These are major reforms undertaken in the money market in India. Apart from these, the stamp duty reforms, floating rate bonds, etc. are some other prominent reforms in the money market in India. Thus, at the end we can conclude that the Indian money market is developing at a good speed

Non-Performing Assets (NPA) - Meaning

Non-Performing Assets are popularly known as NPA. Commercial Banksassets are of various types. All those assets which generate periodical income are called as Performing Assets (PA). While all those assets which do not generate periodical income are called as Non-Performing Assets (NPA). If the customers do not repay principal amount and interest for a certain period of time then such loans become nonperforming assets (NPA). Thus non-performing assets are basically non-performing loans. In India, the time frame given for classifying the asset as NPA is 180 days as compared to 45 days to 90 days of international norms.

India and Non-Performing Assets

In India, NPA were very high in the beginning of 90's. Over a period of time there is considerable decline in the NPA's of all banks. In the case of public sector banks, gross non-performing assets were 9.4% in 2002-03 and it declined to 7.8% in 2003-04. The net NPA during the same period declined from 4.5% to 3%.

Types of NPA
NPA have been divided or classified into following four types:1. Standard Assets : A standard asset is a performing asset. Standard assets generate continuous income and repayments as and when they fall due. Such assets carry a normal risk and are not NPA in the real sense. So, no special provisions are required for Standard Assets. 2. 3. 4. Sub-Standard Assets : All those assets (loans and advances) which are considered as non-performing for a period of 18 months are called as Sub-Standard assets. Doubtful Assets : All those assets which are considered as non-performing for period of more than 18 months are called as Doubtful Assets. Loss Assets : All those assets which cannot be recovered are called as Loss Assets. These assets can be identified by the Central Bank or by the Auditors.

Provision on types of assets

Provision is allocating money every year to meet possible future loss.

Causes of NPA
NPA arises due to a number of factors or causes like:1. 2. Speculation : Investing in high risk assets to earn high income. Default : Willful default by the borrowers.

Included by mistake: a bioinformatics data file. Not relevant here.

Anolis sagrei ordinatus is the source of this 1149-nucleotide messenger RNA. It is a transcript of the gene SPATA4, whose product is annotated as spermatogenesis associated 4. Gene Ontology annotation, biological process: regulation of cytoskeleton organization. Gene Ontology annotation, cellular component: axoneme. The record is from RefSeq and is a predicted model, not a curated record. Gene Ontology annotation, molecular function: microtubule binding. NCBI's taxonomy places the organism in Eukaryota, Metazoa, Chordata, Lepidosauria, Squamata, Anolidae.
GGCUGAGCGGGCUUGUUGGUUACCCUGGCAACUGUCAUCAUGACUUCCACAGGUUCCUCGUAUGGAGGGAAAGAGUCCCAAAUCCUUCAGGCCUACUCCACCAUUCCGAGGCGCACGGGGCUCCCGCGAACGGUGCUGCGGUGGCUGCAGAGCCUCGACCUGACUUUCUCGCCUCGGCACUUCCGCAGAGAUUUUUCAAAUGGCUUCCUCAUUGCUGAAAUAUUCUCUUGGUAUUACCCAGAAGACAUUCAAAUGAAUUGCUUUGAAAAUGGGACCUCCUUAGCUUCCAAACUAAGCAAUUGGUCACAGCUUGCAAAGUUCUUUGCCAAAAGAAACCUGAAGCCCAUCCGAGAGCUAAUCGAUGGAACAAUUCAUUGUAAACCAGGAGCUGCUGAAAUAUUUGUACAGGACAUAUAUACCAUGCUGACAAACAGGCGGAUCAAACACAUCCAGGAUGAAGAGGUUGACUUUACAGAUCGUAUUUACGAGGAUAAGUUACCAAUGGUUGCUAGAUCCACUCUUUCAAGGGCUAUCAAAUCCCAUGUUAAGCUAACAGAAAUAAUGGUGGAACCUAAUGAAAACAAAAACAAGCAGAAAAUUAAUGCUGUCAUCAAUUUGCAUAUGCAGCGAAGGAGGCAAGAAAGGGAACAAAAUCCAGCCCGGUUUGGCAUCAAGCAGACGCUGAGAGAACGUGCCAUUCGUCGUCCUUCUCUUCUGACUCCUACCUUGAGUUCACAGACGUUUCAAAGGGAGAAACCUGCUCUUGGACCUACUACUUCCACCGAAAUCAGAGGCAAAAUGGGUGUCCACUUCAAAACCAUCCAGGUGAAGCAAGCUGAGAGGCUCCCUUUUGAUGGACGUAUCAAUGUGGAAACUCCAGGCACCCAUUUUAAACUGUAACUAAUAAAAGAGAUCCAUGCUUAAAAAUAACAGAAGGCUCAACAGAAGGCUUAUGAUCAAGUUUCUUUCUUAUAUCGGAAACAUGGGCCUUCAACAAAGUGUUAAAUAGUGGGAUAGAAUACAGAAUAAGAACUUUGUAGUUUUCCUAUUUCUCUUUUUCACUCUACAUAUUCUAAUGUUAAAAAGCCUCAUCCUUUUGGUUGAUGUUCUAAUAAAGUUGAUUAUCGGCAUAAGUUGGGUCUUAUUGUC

3. 4. 5. 6.

Fraudulent practices : Fraudulent Practices like advancing loans to ineligible persons, advances without security or references, etc. Diversion of funds : Most of the funds are diverted for unnecessary expansion and diversion of business. Internal reasons : Many internal reasons like inefficient management, inappropriate technology, labour problems, marketing failure, etc. resulting in poor performance of the companies. External reasons : External reasons like a recession in the economy, infrastructural problems, price rise, delay in release of sanctioned limits by banks, delays in settlements of payments by government, natural calamities, etc.

Balance of Payments of a Country - Introduction

The balance of payments of a country is a systematic record of all transactions between the residents of a country and the rest of the world carried out in a specific period of time. Image Credits Jenn. India's balance of payment worsened in the early 1990's but now the situation is under control. In fact, India has a good foreign exchange reserves mainly due to capital inflows from foreign financial institutions or the stock exchange.

Summary of India's Balance of Payments (BoP)

Table below indicates India's BoP position in between 1990-91 to 2005-06.

Main Components of India's Balance of Payments

1. Trade Balance

Trade balance was in deficit through out the period shown in the table as imports always exceeded the exports. Within the imports the POL items constituting a sizeable position continued to increase throughout. Exports did not achieve the required growth rate. Trade deficit in 2005-06 stood at $ -51,841 billion US $.

2. Current Account

Current account balance includes visible items (trade balance) and invisibles is in a more encouraging position. It declined to $ -2,666 million in 2000-01 from $-9680 million in 1990-91 and recorded a surplus in 2003-04 to the extent of $ 14,083 million. In 2005-06, once again there was a deficit of $ 9,186 million. The main reason for the improvement during 2001-05 was the success of invisible items.

3. Invisible